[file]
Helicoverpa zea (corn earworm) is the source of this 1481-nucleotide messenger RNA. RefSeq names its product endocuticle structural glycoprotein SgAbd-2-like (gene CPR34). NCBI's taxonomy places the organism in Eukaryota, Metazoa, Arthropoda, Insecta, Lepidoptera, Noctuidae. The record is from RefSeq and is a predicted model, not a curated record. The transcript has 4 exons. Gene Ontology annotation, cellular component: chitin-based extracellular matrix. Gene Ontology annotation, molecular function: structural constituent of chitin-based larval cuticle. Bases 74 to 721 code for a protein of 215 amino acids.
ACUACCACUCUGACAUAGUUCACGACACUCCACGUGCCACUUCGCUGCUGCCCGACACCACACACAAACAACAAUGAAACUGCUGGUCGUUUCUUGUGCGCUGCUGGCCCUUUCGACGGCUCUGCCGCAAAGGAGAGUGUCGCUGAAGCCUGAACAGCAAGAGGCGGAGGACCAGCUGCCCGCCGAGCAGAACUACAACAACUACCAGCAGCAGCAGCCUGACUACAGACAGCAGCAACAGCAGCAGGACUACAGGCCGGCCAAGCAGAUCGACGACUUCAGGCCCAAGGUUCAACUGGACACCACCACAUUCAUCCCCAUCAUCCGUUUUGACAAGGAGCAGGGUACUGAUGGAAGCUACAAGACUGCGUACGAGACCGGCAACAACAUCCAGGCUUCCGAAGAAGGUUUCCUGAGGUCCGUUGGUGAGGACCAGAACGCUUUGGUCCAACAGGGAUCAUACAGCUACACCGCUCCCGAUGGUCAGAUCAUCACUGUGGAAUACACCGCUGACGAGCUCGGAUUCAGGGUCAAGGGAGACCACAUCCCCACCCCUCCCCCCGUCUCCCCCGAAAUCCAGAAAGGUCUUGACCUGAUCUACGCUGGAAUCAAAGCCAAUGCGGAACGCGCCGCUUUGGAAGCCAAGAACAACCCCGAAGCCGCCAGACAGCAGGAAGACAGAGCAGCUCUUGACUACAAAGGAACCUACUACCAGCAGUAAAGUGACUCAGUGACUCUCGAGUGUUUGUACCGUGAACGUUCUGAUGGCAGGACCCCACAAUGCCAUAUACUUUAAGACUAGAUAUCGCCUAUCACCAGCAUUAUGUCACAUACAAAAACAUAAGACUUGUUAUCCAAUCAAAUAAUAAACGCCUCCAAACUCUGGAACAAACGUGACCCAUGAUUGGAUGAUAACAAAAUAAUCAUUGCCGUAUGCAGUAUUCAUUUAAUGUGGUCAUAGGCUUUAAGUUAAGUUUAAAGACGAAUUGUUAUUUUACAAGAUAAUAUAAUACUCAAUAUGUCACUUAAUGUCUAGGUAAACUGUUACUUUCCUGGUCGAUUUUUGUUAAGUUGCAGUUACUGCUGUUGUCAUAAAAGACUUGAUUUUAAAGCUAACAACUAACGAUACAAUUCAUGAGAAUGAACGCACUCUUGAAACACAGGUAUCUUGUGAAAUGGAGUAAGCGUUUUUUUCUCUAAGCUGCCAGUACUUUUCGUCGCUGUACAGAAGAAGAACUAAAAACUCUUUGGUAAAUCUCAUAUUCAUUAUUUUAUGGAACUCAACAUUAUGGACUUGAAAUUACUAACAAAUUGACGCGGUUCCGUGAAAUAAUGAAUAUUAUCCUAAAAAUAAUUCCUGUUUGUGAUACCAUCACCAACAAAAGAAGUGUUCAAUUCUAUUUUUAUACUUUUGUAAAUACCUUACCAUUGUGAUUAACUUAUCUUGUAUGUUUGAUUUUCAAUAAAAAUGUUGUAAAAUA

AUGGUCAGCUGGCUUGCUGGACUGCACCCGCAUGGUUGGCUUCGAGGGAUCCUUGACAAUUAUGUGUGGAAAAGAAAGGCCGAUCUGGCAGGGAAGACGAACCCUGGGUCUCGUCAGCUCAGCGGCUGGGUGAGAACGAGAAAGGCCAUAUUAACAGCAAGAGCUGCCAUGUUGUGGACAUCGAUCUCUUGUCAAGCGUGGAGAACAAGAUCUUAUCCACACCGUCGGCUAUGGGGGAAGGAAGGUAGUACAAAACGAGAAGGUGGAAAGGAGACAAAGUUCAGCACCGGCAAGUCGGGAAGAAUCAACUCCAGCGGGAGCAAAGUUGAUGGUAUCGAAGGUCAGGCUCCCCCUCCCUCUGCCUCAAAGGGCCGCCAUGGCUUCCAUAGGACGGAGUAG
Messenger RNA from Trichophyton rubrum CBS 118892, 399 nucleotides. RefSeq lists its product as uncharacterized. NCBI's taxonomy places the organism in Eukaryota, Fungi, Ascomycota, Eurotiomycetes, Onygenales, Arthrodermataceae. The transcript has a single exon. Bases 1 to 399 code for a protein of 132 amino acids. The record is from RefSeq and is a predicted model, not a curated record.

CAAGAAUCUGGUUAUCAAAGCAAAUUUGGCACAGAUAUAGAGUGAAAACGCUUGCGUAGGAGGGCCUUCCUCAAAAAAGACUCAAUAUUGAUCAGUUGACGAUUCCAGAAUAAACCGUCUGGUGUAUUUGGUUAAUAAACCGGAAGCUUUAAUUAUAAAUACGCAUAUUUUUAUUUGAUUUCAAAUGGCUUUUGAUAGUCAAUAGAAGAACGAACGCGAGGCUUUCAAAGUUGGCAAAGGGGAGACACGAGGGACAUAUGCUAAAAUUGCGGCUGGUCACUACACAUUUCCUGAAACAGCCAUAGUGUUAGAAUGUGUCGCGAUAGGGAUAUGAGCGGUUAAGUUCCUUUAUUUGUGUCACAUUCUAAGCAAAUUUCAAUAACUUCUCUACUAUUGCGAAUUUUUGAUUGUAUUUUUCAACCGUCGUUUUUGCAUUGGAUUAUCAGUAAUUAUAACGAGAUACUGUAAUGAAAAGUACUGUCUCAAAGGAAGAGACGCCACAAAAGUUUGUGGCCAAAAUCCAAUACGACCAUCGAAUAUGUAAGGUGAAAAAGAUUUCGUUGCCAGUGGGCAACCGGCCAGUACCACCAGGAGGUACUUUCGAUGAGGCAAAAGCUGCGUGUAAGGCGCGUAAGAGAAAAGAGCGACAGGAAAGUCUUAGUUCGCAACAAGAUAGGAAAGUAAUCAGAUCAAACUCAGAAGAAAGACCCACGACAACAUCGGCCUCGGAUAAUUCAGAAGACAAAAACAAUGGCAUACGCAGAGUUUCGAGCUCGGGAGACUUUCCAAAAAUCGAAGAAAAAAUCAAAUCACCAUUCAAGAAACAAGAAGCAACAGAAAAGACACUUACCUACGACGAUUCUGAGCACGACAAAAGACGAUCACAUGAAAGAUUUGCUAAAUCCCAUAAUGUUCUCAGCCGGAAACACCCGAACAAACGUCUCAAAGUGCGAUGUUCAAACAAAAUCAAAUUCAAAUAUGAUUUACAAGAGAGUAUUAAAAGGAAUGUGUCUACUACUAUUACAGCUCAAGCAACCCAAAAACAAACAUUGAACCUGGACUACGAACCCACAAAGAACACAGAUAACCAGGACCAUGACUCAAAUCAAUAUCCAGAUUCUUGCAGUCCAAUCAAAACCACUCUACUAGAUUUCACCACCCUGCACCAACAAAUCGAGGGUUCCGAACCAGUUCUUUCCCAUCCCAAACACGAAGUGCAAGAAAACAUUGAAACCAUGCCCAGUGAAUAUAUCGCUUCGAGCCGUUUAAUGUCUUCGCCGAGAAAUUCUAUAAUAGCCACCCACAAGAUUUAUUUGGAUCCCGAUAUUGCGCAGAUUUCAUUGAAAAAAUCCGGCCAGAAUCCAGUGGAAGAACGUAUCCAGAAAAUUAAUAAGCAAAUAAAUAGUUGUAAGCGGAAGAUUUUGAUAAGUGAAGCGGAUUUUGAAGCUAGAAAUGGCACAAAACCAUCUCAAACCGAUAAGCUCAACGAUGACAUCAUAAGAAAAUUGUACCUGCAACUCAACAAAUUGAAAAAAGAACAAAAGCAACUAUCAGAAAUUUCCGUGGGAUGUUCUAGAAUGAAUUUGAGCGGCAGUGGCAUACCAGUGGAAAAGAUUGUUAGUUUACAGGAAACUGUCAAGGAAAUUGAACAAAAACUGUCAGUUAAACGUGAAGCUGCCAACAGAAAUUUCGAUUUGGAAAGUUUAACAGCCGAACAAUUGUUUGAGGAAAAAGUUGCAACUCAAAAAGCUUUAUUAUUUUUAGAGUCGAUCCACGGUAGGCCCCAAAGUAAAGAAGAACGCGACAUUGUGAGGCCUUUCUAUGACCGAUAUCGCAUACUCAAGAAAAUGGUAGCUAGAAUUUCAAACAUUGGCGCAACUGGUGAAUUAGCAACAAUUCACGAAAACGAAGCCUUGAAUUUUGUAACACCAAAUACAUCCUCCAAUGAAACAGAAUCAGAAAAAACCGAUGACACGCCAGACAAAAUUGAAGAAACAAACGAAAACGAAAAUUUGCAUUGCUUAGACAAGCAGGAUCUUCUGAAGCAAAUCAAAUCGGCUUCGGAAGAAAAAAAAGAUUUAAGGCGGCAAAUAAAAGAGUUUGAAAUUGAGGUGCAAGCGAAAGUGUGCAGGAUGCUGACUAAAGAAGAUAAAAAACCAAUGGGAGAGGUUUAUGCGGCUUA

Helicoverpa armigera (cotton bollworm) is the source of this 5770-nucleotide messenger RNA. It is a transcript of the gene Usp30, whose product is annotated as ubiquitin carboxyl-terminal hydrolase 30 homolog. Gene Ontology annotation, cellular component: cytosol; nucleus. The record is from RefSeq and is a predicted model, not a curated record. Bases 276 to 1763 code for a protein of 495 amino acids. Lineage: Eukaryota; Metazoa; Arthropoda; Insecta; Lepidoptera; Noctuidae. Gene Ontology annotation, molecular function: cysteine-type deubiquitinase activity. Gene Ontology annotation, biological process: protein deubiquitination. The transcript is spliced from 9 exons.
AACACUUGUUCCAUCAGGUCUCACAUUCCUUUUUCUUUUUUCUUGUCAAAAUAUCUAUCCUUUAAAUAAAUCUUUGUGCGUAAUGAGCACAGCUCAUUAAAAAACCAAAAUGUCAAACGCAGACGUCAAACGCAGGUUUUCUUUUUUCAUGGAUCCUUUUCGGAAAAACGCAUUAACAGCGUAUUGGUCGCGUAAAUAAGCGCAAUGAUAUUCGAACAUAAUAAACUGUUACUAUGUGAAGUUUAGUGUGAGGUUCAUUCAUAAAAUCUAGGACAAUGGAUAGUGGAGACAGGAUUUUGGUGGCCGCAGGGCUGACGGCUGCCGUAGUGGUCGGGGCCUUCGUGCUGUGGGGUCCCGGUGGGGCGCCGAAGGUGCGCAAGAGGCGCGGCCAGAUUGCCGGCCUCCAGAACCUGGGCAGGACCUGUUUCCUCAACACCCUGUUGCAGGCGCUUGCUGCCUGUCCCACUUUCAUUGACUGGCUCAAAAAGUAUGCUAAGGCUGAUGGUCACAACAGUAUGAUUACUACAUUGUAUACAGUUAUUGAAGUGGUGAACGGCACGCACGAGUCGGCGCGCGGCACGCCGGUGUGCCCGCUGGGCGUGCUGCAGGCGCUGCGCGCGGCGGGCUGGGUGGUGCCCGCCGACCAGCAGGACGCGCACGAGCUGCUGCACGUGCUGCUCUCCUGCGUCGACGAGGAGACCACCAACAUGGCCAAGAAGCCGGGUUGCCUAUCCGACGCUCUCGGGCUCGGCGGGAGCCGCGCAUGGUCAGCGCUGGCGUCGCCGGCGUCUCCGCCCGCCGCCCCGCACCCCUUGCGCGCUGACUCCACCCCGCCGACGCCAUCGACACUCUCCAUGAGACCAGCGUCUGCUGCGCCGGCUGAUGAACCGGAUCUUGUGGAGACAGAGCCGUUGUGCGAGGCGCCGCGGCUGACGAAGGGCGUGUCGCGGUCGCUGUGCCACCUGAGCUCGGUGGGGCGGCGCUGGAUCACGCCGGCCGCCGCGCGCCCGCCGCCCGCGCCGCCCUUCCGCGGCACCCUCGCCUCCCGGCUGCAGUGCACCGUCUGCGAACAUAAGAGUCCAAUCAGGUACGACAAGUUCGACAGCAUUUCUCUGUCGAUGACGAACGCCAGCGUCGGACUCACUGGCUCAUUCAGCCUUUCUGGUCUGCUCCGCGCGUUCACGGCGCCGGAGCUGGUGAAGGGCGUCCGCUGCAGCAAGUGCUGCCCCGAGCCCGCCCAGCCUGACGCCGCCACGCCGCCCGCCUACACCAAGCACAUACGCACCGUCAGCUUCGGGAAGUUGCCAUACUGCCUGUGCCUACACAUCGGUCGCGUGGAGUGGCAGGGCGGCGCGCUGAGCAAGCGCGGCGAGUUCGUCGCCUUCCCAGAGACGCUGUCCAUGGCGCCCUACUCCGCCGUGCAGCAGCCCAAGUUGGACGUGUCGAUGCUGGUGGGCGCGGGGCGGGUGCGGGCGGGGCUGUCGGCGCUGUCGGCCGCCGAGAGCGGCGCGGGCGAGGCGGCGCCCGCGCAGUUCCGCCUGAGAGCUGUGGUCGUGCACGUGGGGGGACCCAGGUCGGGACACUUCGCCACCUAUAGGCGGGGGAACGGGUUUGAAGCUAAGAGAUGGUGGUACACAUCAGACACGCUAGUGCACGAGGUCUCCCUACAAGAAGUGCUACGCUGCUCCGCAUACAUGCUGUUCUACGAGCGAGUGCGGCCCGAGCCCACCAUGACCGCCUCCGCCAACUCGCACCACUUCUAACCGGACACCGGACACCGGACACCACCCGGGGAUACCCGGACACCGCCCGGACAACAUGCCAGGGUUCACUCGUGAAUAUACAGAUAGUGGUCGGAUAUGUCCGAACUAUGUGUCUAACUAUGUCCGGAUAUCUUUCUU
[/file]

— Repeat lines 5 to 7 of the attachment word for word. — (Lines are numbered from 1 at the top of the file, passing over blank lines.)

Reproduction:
CAAGAAUCUGGUUAUCAAAGCAAAUUUGGCACAGAUAUAGAGUGAAAACGCUUGCGUAGGAGGGCCUUCCUCAAAAAAGACUCAAUAUUGAUCAGUUGACGAUUCCAGAAUAAACCGUCUGGUGUAUUUGGUUAAUAAACCGGAAGCUUUAAUUAUAAAUACGCAUAUUUUUAUUUGAUUUCAAAUGGCUUUUGAUAGUCAAUAGAAGAACGAACGCGAGGCUUUCAAAGUUGGCAAAGGGGAGACACGAGGGACAUAUGCUAAAAUUGCGGCUGGUCACUACACAUUUCCUGAAACAGCCAUAGUGUUAGAAUGUGUCGCGAUAGGGAUAUGAGCGGUUAAGUUCCUUUAUUUGUGUCACAUUCUAAGCAAAUUUCAAUAACUUCUCUACUAUUGCGAAUUUUUGAUUGUAUUUUUCAACCGUCGUUUUUGCAUUGGAUUAUCAGUAAUUAUAACGAGAUACUGUAAUGAAAAGUACUGUCUCAAAGGAAGAGACGCCACAAAAGUUUGUGGCCAAAAUCCAAUACGACCAUCGAAUAUGUAAGGUGAAAAAGAUUUCGUUGCCAGUGGGCAACCGGCCAGUACCACCAGGAGGUACUUUCGAUGAGGCAAAAGCUGCGUGUAAGGCGCGUAAGAGAAAAGAGCGACAGGAAAGUCUUAGUUCGCAACAAGAUAGGAAAGUAAUCAGAUCAAACUCAGAAGAAAGACCCACGACAACAUCGGCCUCGGAUAAUUCAGAAGACAAAAACAAUGGCAUACGCAGAGUUUCGAGCUCGGGAGACUUUCCAAAAAUCGAAGAAAAAAUCAAAUCACCAUUCAAGAAACAAGAAGCAACAGAAAAGACACUUACCUACGACGAUUCUGAGCACGACAAAAGACGAUCACAUGAAAGAUUUGCUAAAUCCCAUAAUGUUCUCAGCCGGAAACACCCGAACAAACGUCUCAAAGUGCGAUGUUCAAACAAAAUCAAAUUCAAAUAUGAUUUACAAGAGAGUAUUAAAAGGAAUGUGUCUACUACUAUUACAGCUCAAGCAACCCAAAAACAAACAUUGAACCUGGACUACGAACCCACAAAGAACACAGAUAACCAGGACCAUGACUCAAAUCAAUAUCCAGAUUCUUGCAGUCCAAUCAAAACCACUCUACUAGAUUUCACCACCCUGCACCAACAAAUCGAGGGUUCCGAACCAGUUCUUUCCCAUCCCAAACACGAAGUGCAAGAAAACAUUGAAACCAUGCCCAGUGAAUAUAUCGCUUCGAGCCGUUUAAUGUCUUCGCCGAGAAAUUCUAUAAUAGCCACCCACAAGAUUUAUUUGGAUCCCGAUAUUGCGCAGAUUUCAUUGAAAAAAUCCGGCCAGAAUCCAGUGGAAGAACGUAUCCAGAAAAUUAAUAAGCAAAUAAAUAGUUGUAAGCGGAAGAUUUUGAUAAGUGAAGCGGAUUUUGAAGCUAGAAAUGGCACAAAACCAUCUCAAACCGAUAAGCUCAACGAUGACAUCAUAAGAAAAUUGUACCUGCAACUCAACAAAUUGAAAAAAGAACAAAAGCAACUAUCAGAAAUUUCCGUGGGAUGUUCUAGAAUGAAUUUGAGCGGCAGUGGCAUACCAGUGGAAAAGAUUGUUAGUUUACAGGAAACUGUCAAGGAAAUUGAACAAAAACUGUCAGUUAAACGUGAAGCUGCCAACAGAAAUUUCGAUUUGGAAAGUUUAACAGCCGAACAAUUGUUUGAGGAAAAAGUUGCAACUCAAAAAGCUUUAUUAUUUUUAGAGUCGAUCCACGGUAGGCCCCAAAGUAAAGAAGAACGCGACAUUGUGAGGCCUUUCUAUGACCGAUAUCGCAUACUCAAGAAAAUGGUAGCUAGAAUUUCAAACAUUGGCGCAACUGGUGAAUUAGCAACAAUUCACGAAAACGAAGCCUUGAAUUUUGUAACACCAAAUACAUCCUCCAAUGAAACAGAAUCAGAAAAAACCGAUGACACGCCAGACAAAAUUGAAGAAACAAACGAAAACGAAAAUUUGCAUUGCUUAGACAAGCAGGAUCUUCUGAAGCAAAUCAAAUCGGCUUCGGAAGAAAAAAAAGAUUUAAGGCGGCAAAUAAAAGAGUUUGAAAUUGAGGUGCAAGCGAAAGUGUGCAGGAUGCUGACUAAAGAAGAUAAAAAACCAAUGGGAGAGGUUUAUGCGGCUUA

Helicoverpa armigera (cotton bollworm) is the source of this 5770-nucleotide messenger RNA. It is a transcript of the gene Usp30, whose product is annotated as ubiquitin carboxyl-terminal hydrolase 30 homolog. Gene Ontology annotation, cellular component: cytosol; nucleus. The record is from RefSeq and is a predicted model, not a curated record. Bases 276 to 1763 code for a protein of 495 amino acids. Lineage: Eukaryota; Metazoa; Arthropoda; Insecta; Lepidoptera; Noctuidae. Gene Ontology annotation, molecular function: cysteine-type deubiquitinase activity. Gene Ontology annotation, biological process: protein deubiquitination. The transcript is spliced from 9 exons.
AACACUUGUUCCAUCAGGUCUCACAUUCCUUUUUCUUUUUUCUUGUCAAAAUAUCUAUCCUUUAAAUAAAUCUUUGUGCGUAAUGAGCACAGCUCAUUAAAAAACCAAAAUGUCAAACGCAGACGUCAAACGCAGGUUUUCUUUUUUCAUGGAUCCUUUUCGGAAAAACGCAUUAACAGCGUAUUGGUCGCGUAAAUAAGCGCAAUGAUAUUCGAACAUAAUAAACUGUUACUAUGUGAAGUUUAGUGUGAGGUUCAUUCAUAAAAUCUAGGACAAUGGAUAGUGGAGACAGGAUUUUGGUGGCCGCAGGGCUGACGGCUGCCGUAGUGGUCGGGGCCUUCGUGCUGUGGGGUCCCGGUGGGGCGCCGAAGGUGCGCAAGAGGCGCGGCCAGAUUGCCGGCCUCCAGAACCUGGGCAGGACCUGUUUCCUCAACACCCUGUUGCAGGCGCUUGCUGCCUGUCCCACUUUCAUUGACUGGCUCAAAAAGUAUGCUAAGGCUGAUGGUCACAACAGUAUGAUUACUACAUUGUAUACAGUUAUUGAAGUGGUGAACGGCACGCACGAGUCGGCGCGCGGCACGCCGGUGUGCCCGCUGGGCGUGCUGCAGGCGCUGCGCGCGGCGGGCUGGGUGGUGCCCGCCGACCAGCAGGACGCGCACGAGCUGCUGCACGUGCUGCUCUCCUGCGUCGACGAGGAGACCACCAACAUGGCCAAGAAGCCGGGUUGCCUAUCCGACGCUCUCGGGCUCGGCGGGAGCCGCGCAUGGUCAGCGCUGGCGUCGCCGGCGUCUCCGCCCGCCGCCCCGCACCCCUUGCGCGCUGACUCCACCCCGCCGACGCCAUCGACACUCUCCAUGAGACCAGCGUCUGCUGCGCCGGCUGAUGAACCGGAUCUUGUGGAGACAGAGCCGUUGUGCGAGGCGCCGCGGCUGACGAAGGGCGUGUCGCGGUCGCUGUGCCACCUGAGCUCGGUGGGGCGGCGCUGGAUCACGCCGGCCGCCGCGCGCCCGCCGCCCGCGCCGCCCUUCCGCGGCACCCUCGCCUCCCGGCUGCAGUGCACCGUCUGCGAACAUAAGAGUCCAAUCAGGUACGACAAGUUCGACAGCAUUUCUCUGUCGAUGACGAACGCCAGCGUCGGACUCACUGGCUCAUUCAGCCUUUCUGGUCUGCUCCGCGCGUUCACGGCGCCGGAGCUGGUGAAGGGCGUCCGCUGCAGCAAGUGCUGCCCCGAGCCCGCCCAGCCUGACGCCGCCACGCCGCCCGCCUACACCAAGCACAUACGCACCGUCAGCUUCGGGAAGUUGCCAUACUGCCUGUGCCUACACAUCGGUCGCGUGGAGUGGCAGGGCGGCGCGCUGAGCAAGCGCGGCGAGUUCGUCGCCUUCCCAGAGACGCUGUCCAUGGCGCCCUACUCCGCCGUGCAGCAGCCCAAGUUGGACGUGUCGAUGCUGGUGGGCGCGGGGCGGGUGCGGGCGGGGCUGUCGGCGCUGUCGGCCGCCGAGAGCGGCGCGGGCGAGGCGGCGCCCGCGCAGUUCCGCCUGAGAGCUGUGGUCGUGCACGUGGGGGGACCCAGGUCGGGACACUUCGCCACCUAUAGGCGGGGGAACGGGUUUGAAGCUAAGAGAUGGUGGUACACAUCAGACACGCUAGUGCACGAGGUCUCCCUACAAGAAGUGCUACGCUGCUCCGCAUACAUGCUGUUCUACGAGCGAGUGCGGCCCGAGCCCACCAUGACCGCCUCCGCCAACUCGCACCACUUCUAACCGGACACCGGACACCGGACACCACCCGGGGAUACCCGGACACCGCCCGGACAACAUGCCAGGGUUCACUCGUGAAUAUACAGAUAGUGGUCGGAUAUGUCCGAACUAUGUGUCUAACUAUGUCCGGAUAUCUUUCUU